If any of the instilled dye leaks into the eye, then the cornea has been perforated and a small projectile may be inside the eye. Other testing, such as x rays , must be done to rule out foreign bodies inside the eye. Since metal is the most common material seen in penetrating injuries, an MRI is not usually done. If the cornea has been perforated, then the patient is referred to a corneal specialist for surgery.

If an infection is suspected or if an abrasion does not heal, then swabbing of the eye for microscopic culture may be done to definitively establish the organism involved.


If the corneal abrasion is very small and superficial, then the application of mild antibiotic drops three to four times a day for a few days to a week is sufficient to prevent an infection. At bedtime, an antibiotic ointment, which will remain on the eye longer, may be necessary for deep abrasions. When an infection is present, then specially compounded fortified antibiotics , formulated specifically for the organism that caused the infection, are prescribed topically. For those with very minor abrasions, instillation of non-preserved lubricating drops a few times a day for a few days may be all that is required.

The pain of a corneal abrasion can be treated with drugs such as homatropine which keep the eye in a dilated state and stop the spasm of the iris, a major cause of discomfort for the individual with a corneal abrasion. Nonsteroidal drops, called NSAIDs, may also be prescribed for a few days to relieve the pain. In some instances, oral analgesics may be prescribed, but children under 12 should not be given aspirin. If the area is large and there is no underlying viral infection, then a mild steroid to decrease future scarring and treat an associated iritis may also be needed. Topical anesthetics are never prescribed because they delay and interfere with the healing process.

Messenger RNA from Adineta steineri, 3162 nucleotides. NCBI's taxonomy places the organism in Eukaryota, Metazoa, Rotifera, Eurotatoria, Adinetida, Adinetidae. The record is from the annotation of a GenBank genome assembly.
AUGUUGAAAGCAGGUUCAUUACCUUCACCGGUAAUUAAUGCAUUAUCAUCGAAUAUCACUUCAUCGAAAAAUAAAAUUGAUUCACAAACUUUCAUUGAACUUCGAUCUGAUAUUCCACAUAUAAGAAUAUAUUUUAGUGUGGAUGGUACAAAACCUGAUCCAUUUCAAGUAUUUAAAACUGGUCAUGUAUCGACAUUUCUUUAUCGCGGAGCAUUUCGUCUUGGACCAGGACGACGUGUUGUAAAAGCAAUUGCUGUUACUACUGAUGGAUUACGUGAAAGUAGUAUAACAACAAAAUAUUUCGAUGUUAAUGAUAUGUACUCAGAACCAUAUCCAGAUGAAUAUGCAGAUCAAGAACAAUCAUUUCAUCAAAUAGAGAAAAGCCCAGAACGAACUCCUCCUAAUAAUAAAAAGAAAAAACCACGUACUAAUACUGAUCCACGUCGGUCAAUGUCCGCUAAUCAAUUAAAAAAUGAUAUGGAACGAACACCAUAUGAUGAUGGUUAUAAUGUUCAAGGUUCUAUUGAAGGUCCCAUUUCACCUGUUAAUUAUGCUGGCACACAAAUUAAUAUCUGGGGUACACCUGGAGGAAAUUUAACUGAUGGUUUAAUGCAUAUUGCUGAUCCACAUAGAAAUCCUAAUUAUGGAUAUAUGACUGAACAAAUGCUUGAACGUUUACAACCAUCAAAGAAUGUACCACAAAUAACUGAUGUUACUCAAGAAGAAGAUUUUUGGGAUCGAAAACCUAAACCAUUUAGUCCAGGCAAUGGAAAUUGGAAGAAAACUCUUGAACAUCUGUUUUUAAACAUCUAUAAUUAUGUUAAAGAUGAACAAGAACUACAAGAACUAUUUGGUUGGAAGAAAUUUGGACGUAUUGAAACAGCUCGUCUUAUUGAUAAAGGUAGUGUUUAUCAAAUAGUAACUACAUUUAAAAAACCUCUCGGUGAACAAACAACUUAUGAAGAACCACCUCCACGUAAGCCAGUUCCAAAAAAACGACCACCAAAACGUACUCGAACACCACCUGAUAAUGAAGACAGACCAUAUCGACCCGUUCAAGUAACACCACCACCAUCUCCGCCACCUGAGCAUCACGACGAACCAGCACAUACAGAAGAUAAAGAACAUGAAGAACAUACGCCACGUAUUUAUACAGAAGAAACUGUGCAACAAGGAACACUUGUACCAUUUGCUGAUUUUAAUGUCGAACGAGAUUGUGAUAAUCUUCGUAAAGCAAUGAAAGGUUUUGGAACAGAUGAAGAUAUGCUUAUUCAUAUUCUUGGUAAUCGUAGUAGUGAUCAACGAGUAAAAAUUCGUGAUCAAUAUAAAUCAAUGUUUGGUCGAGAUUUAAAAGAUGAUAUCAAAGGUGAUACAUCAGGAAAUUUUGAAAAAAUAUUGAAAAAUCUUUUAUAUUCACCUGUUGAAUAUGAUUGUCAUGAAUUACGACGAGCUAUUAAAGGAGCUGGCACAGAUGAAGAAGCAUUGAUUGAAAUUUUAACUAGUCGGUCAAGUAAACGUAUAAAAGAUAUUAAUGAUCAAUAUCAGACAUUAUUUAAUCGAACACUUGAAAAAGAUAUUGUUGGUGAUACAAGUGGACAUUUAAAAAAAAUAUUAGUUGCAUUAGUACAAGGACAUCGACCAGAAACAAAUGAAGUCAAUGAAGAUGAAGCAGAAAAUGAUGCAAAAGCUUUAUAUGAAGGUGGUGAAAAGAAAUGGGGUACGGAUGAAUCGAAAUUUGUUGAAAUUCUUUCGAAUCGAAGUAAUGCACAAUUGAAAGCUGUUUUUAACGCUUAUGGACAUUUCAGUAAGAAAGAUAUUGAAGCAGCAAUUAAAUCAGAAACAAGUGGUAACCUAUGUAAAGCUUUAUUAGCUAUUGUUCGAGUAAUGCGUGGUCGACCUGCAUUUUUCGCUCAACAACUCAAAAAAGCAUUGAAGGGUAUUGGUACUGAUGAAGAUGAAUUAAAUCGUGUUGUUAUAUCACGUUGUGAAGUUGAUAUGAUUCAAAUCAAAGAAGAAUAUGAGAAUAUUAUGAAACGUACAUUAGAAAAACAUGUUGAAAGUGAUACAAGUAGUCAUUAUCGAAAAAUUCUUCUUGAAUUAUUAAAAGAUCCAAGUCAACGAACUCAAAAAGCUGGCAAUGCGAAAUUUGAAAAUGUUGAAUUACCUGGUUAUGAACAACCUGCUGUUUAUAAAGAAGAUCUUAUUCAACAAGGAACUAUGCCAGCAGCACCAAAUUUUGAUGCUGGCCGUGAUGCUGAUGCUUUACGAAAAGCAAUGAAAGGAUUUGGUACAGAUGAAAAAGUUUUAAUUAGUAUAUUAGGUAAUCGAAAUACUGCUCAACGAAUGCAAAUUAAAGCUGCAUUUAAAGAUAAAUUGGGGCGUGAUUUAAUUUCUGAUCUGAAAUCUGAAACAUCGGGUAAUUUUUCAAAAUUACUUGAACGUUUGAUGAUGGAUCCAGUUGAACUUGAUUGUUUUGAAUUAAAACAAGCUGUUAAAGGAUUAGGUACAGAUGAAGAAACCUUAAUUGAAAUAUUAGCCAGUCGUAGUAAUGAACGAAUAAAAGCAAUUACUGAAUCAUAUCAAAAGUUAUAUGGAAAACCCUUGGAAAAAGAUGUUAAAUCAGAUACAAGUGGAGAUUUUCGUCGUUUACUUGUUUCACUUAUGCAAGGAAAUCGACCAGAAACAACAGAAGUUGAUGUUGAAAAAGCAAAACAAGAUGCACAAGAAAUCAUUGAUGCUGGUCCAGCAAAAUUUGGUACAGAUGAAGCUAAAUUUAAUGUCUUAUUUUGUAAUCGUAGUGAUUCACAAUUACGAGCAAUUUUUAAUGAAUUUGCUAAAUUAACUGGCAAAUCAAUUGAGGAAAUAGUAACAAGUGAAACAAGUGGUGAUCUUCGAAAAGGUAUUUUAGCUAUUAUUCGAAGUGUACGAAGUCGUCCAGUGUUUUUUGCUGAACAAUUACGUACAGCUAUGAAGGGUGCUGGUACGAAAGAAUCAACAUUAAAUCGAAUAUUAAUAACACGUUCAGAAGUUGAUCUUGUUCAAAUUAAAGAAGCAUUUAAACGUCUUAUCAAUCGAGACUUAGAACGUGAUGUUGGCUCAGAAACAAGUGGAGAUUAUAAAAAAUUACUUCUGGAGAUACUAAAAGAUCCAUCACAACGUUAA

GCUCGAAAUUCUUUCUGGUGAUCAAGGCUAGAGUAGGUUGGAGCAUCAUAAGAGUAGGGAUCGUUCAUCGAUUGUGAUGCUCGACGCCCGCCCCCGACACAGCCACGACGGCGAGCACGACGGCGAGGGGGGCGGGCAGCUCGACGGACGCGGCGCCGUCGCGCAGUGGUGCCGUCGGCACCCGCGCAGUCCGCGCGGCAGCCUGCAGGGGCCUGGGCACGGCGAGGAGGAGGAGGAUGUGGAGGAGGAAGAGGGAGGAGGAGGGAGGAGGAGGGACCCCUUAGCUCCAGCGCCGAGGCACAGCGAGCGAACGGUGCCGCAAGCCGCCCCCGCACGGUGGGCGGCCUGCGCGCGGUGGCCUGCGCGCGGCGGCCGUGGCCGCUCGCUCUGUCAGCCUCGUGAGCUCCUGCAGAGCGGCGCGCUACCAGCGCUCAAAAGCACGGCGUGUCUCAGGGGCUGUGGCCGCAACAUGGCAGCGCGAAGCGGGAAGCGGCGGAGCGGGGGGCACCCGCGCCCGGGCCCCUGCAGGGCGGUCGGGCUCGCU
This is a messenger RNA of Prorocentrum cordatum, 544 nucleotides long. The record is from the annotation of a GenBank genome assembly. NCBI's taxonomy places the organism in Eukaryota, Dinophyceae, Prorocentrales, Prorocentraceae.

For many years the standard treatment for a corneal abrasion included patching. Patching can decrease blinking, which was thought to speed the healing process. But patching is as of 2004 no longer done routinely because it decreases the amount of oxygen that gets to the cornea. Patching is never done for contact lens patients, whose eyes are at a greater risk of a Pseudomonas infection, nor when the cause of an abrasion is due to vegetative matter, such as a tree branch. Organisms can thrive in these types of environment. Patching is also not done for patients who are monocular (have one good eye), if the better eye has the abrasion, nor for patients for whom depth perception is important, as this is lost when only one eye is used. Controlled studies have demonstrated that patching a corneal abrasion does not improve healing either in children or adults and that patching of an eye may make walking difficult.

For the contact lens wearer with a corneal abrasion, contact lens wear must be discontinued for at least one week and glasses must be worn. Patients who wear contact lenses are given antibiotics that act on the bacteria that are ubiquitous in the eye of the contact lens wearer. The eye must be evaluated by an eye-care practitioner prior to reinstituting contact lens wear.

For the patient with a large abrasion and without an infection, and who does not wear contact lenses, a bandage contact lens approved for extended overnight wear may be worn. The pressure of the contact lens may comfort the patient, and the antibiotics are absorbed by the contact lens, giving the eye continuous 24 hour protection from a potential bacterial infection.

Treatment of a corneal abrasion with over-the-counter (OTC) drugs advertised to decrease redness should not be used to self treat corneal abrasions. These drugs act by constricting the blood vessels in the eye, decreasing the blood supply to the eye and delaying healing. Also, the preservatives in these drops may irritate the cornea.

Except for a very mild abrasion, the doctor may require daily follow-up examination to ensure that the abrasion is healing. This is especially important if vegetative matter is the cause of the abrasion. Those who have been patched must be re-evaluated within 24 hours to see if the symptoms have improved.


Corneal abrasions usually heal within a week, but complications can occur. A secondary infection and scarring can result if the abrasion is not treated. Up to 50 percent of those with a corneal abrasion develop a uveitis or inflammation inside the eye.